Full disclosure: I reported for Journal Register Company newspaper the Daily Freeman from June 2004 to October 2005.
At first glance, today’s Web and print editions for the Journal Register Company‘s 18 daily newspapers might not appear terribly different from any other day’s. That was part of the point of the rapidly-reinventing-itself chain’s bold Ben Franklin Project. JRC wanted to prove that free does not necessarily mean cheap, that free or near-free online tools can achieve the same production values as pricey proprietary software.
Take a closer look at the papers’ digital and print Ben Franklin Project editions, published on Independence Day to signify the company’s independence from proprietary systems, and you’ll notice they are different.
You’ll notice stories suggested and edited by audience members. You’ll notice crowdsourced solutions to community challenges. You’ll notice videos putting a fresh human face on persistent issues like immigration and unemployment. You’ll notice interactive maps pinpointing user-identified problems like risky roadways.
This was the Ben Franklin Project’s other, ultimately larger point: That free tools can improve both journalists’ coverage and their relationship with their audience by making the news process more participatory.
That the papers — some with circulations as small as 6,000 — even attempted this ambitious project is groundbreaking for their famously slow-to-adapt industry. That they pulled it off is a remarkable feat. The executive behind this and other innovations at JRC — including citizen journalism labs and in-house testing of the latest tech tools — was rightfully celebratory in a blog post to employees this morning, exclaiming, “Take a bow. You did it.” CEO John Paton also rightfully recognized that this is only the beginning.
The success or failure of an initiative characterized — by organizers and observers — as revolutionary can be judged only over the long-term. Merely sustaining the type of work showcased today will require more hard work, especially as the novelty — for employees and audience members — wears off. Building up the Ben Franklin Project into what the journalism history books (history tablets?) would consider a revolution will require a lot more hard work.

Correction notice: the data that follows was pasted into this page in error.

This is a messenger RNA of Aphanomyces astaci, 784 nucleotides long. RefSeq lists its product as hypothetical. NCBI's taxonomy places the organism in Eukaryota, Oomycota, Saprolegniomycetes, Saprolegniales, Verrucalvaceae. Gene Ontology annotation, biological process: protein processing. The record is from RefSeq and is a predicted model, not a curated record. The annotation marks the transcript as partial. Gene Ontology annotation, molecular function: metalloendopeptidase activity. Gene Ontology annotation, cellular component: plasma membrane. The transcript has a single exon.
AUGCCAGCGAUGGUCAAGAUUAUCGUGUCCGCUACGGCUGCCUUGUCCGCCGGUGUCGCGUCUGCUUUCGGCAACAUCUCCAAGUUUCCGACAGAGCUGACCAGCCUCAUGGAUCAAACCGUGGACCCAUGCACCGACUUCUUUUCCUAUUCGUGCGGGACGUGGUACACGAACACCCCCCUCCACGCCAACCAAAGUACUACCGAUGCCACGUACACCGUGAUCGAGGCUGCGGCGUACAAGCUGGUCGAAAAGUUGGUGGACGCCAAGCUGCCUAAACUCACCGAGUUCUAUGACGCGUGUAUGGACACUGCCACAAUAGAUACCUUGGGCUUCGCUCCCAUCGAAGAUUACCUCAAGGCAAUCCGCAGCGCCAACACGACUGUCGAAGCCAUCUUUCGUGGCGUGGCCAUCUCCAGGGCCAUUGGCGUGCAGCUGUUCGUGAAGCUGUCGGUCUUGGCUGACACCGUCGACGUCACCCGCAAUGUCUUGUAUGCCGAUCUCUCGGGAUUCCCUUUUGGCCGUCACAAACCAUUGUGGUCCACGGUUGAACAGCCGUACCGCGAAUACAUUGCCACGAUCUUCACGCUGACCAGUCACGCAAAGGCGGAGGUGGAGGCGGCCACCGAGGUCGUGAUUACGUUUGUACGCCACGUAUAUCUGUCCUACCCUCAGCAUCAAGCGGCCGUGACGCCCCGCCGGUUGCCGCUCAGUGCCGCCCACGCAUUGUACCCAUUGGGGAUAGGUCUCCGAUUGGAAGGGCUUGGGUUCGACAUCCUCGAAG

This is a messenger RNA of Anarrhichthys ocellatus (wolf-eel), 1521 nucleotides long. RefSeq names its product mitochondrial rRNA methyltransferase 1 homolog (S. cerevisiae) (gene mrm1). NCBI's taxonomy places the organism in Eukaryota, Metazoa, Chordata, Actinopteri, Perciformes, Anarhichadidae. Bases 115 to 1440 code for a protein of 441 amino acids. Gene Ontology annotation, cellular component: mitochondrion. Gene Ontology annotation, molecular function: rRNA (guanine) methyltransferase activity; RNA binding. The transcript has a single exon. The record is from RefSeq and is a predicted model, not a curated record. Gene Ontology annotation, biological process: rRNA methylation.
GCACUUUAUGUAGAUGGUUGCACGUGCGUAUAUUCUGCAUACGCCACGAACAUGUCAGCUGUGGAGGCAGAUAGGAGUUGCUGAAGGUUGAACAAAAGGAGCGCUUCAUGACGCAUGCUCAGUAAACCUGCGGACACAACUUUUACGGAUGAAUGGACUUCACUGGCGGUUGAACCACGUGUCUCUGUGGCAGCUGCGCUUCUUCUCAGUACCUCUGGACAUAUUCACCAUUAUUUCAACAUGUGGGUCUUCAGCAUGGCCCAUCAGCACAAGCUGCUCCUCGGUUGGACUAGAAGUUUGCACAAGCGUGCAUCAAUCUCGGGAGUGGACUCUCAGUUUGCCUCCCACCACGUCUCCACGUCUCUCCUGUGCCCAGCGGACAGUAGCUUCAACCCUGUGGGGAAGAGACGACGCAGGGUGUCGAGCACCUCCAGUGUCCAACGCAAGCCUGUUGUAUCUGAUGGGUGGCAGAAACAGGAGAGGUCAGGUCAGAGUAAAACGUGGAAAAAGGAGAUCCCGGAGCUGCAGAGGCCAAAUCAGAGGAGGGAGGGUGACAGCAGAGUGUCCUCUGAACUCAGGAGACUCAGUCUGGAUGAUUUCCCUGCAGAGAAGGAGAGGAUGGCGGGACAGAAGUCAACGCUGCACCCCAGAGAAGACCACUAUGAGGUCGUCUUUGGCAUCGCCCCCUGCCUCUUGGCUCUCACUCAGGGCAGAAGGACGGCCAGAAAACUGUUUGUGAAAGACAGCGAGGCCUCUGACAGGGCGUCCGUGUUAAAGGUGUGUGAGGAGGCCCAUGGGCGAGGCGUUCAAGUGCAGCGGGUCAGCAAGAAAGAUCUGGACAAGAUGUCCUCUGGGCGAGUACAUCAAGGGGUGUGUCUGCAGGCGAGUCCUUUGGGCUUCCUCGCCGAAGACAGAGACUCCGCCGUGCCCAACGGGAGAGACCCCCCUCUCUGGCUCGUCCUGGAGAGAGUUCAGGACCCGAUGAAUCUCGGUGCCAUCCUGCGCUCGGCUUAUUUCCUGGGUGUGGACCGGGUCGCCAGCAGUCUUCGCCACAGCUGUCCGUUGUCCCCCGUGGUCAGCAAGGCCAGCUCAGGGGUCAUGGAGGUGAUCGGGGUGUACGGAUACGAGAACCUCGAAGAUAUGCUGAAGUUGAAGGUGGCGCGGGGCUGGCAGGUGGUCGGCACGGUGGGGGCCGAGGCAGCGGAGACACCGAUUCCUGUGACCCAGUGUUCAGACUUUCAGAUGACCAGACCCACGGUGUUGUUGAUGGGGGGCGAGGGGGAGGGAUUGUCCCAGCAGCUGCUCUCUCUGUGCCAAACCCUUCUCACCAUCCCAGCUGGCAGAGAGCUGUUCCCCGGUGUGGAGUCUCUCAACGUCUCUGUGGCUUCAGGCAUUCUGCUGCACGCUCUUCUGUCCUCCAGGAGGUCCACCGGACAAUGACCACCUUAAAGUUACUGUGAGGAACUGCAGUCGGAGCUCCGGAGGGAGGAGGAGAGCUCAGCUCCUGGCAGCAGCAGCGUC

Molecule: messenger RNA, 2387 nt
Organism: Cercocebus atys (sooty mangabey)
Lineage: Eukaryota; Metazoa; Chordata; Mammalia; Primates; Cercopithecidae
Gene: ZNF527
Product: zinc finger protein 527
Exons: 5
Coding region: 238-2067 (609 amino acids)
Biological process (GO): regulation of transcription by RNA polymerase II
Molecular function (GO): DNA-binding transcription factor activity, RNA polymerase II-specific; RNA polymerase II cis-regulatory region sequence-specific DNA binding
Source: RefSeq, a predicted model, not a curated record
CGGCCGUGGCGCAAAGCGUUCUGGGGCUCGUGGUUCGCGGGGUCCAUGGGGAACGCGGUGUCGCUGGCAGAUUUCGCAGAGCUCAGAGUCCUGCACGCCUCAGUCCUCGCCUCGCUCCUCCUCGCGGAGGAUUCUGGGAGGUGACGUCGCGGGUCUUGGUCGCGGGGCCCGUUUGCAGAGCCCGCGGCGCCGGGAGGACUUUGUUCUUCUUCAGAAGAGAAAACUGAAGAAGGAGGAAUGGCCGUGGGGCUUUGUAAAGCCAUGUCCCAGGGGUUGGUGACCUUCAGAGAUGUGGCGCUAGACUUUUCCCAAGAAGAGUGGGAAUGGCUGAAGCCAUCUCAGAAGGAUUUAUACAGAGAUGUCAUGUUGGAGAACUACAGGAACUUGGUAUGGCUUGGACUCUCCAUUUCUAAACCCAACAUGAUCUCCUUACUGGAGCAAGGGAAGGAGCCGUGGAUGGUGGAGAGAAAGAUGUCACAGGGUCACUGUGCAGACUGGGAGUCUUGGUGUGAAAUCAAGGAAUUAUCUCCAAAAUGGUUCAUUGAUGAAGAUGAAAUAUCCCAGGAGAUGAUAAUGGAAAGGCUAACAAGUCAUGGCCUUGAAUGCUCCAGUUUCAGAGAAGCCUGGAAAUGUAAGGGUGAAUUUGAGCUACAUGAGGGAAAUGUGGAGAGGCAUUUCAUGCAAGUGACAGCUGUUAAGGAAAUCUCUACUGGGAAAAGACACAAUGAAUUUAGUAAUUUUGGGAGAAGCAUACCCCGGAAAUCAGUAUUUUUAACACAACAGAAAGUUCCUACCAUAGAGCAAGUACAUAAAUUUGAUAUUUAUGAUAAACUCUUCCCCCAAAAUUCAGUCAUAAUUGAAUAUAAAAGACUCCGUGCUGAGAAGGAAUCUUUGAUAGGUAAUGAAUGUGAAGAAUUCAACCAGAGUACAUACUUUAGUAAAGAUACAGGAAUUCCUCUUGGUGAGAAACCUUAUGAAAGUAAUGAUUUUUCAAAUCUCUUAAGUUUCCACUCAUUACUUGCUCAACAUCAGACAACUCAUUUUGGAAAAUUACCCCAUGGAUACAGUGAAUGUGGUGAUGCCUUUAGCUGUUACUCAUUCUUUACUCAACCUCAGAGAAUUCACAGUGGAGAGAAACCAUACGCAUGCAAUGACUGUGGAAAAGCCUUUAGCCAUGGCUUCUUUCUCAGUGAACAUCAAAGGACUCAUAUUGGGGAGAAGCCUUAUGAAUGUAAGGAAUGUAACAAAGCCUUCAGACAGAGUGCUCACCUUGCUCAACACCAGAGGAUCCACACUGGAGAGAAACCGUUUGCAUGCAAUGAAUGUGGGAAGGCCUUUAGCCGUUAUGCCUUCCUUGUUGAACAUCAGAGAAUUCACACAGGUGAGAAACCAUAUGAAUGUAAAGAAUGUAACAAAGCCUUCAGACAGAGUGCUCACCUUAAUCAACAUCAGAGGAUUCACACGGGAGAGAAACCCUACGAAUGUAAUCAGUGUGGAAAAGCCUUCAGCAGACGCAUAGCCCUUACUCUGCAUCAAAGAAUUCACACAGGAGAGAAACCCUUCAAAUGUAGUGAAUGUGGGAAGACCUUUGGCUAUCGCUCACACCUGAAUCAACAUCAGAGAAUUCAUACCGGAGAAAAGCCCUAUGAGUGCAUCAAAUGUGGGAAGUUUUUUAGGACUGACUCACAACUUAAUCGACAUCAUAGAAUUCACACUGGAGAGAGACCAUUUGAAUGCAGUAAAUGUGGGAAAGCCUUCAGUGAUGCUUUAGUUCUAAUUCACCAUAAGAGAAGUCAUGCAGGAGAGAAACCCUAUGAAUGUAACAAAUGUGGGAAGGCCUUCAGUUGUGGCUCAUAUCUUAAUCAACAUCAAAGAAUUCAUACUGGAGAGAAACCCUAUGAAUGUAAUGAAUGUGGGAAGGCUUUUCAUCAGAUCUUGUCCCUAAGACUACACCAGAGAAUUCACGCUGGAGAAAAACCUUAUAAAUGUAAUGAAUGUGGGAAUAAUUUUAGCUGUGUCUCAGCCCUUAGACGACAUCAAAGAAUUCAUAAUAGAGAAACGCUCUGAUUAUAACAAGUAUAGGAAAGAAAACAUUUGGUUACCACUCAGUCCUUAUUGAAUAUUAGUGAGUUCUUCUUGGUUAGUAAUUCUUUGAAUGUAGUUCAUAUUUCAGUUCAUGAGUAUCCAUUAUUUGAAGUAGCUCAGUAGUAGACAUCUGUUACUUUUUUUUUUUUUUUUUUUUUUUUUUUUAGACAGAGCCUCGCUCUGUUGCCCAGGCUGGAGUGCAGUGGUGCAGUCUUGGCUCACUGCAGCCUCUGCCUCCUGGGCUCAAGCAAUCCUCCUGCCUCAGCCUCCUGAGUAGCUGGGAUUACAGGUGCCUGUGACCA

- It will require a firm technical and strategic grasp of the tools used to produce today’s editions. Employees, who had just over a month to learn many of the free tools they used, are by their own admission still getting the hang of pagination program Scribus. Microblogging service Twitter, meanwhile, is of greatest value to news organizations when they use it to converse with audience members and sources (two-way/pull/new-media thinking), yet many JRC papers use their Twitter feeds only to push out links to their stories (one-way/push/old-media thinking).
- It will require abandoning these tools at the drop of a hat and learning new ones as better alternatives come along.
- It will require engaging audience members — meeting them on the platforms they’re already using or educating them about the platforms they should be using — to the point they don’t have to be persuaded to participate.
- It will require not letting the new way of doing things disrupt what was right about the old way. As empowering as they are, interactive tools are a complement to thorough, old-fashioned, shoe-leather reporting, not a replacement for it.
- More than anything, it will require a bottom-up embrace of the digital-first, innovation culture Paton is evangelizing. No print-versus-Web, us-versus-them, that’s-not-part-of-my job whining.
Since a lot of people might have been too busy eating hot dogs/watching others eat (way too many) hot dogs, launching fireworks/watching others launch fireworks to follow JRC’s Ben Franklin Project coverage, here’s a sampling of what the 18 papers produced:
- The Daily Freeman of Kingston, N.Y., asked social media users and passers-by what they thought the city should do with a condemned motel, broadening the official discussion ahead of a public brainstorming session.